The Basics Of Saltwater Fly Fishing
Rods And ReelsBecause many fish that are found in salt waters can be large, the rod you use is important. If you're going out for tarpon, you'll be confronting a fish that can reach 150 lbs. Therefore, you'll need a heavier rod. Some anglers who want to catch large fish choose 15wt rods to help them play their catch. That being said, most saltwater anglers will likely be going after smaller prey. A 9-foot rod with a 9wt line will usually suffice.
Because salt water can lead to corrosion, you'll need to invest in a reel that doesn't corrode easily. Keep in mind that if you plan to do your saltwater fishing in places that reach high temperatures, the heat can accelerate the corrosion. Corrosion concerns aside, the reel you use should have a drag system to help resist a fish that's fighting to escape. Plus, the reels should be larger than the reels you use in freshwater fishing. This is due to the heavier line you'll be using and the occasional need to store back up line for larger fish.
Types Of FliesThere are more than 1,000 different flies used for saltwater fishing. There isn't a science to picking the right fly. It's mostly a matter of experience and personal preference. It's important to note that a fly may seem effective for luring and catching fish one day and be completely ineffective the next. There are simply too many factors that impact the likelihood of a fish taking a line to choose a "perfect" fly.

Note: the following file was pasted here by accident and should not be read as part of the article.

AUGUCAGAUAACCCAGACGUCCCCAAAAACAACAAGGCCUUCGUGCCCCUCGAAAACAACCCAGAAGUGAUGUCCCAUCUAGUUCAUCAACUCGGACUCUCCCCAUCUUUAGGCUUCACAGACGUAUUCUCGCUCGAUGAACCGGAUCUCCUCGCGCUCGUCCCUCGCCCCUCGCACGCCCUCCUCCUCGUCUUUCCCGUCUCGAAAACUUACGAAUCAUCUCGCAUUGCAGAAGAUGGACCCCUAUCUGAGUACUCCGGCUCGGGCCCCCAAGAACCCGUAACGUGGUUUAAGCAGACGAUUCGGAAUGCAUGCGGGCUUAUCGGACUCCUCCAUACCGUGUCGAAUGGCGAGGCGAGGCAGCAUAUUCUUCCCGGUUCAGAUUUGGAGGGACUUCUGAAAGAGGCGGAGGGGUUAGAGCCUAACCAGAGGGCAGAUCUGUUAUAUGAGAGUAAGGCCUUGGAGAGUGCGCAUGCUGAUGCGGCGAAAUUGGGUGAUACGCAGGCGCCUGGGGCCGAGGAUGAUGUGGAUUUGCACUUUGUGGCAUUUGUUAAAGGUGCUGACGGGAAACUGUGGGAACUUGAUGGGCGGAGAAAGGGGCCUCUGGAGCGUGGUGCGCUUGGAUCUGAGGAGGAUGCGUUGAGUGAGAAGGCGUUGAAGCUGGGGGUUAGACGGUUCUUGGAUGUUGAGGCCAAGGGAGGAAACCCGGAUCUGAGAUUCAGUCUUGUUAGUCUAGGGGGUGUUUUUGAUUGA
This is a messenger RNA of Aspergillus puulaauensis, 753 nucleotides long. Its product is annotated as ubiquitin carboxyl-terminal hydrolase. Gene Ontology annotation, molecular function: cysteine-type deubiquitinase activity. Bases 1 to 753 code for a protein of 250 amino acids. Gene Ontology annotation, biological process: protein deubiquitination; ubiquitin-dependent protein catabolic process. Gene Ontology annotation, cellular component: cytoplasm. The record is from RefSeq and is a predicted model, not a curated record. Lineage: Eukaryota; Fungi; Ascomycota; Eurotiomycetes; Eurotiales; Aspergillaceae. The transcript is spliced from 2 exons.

Popular saltwater fishing flies include streamers (with slender bodies), bucktails (made from the tails of white-haired deer) and tarpon flies (designed specifically to catch tarpon in the Florida Keys). Other flies follow patterns based upon the materials used to create them. For example, deerhair pattern flies used deerhair to simulate a baitfish or grasshopper. Wool pattern flies use sheep's wool to look like baitfish.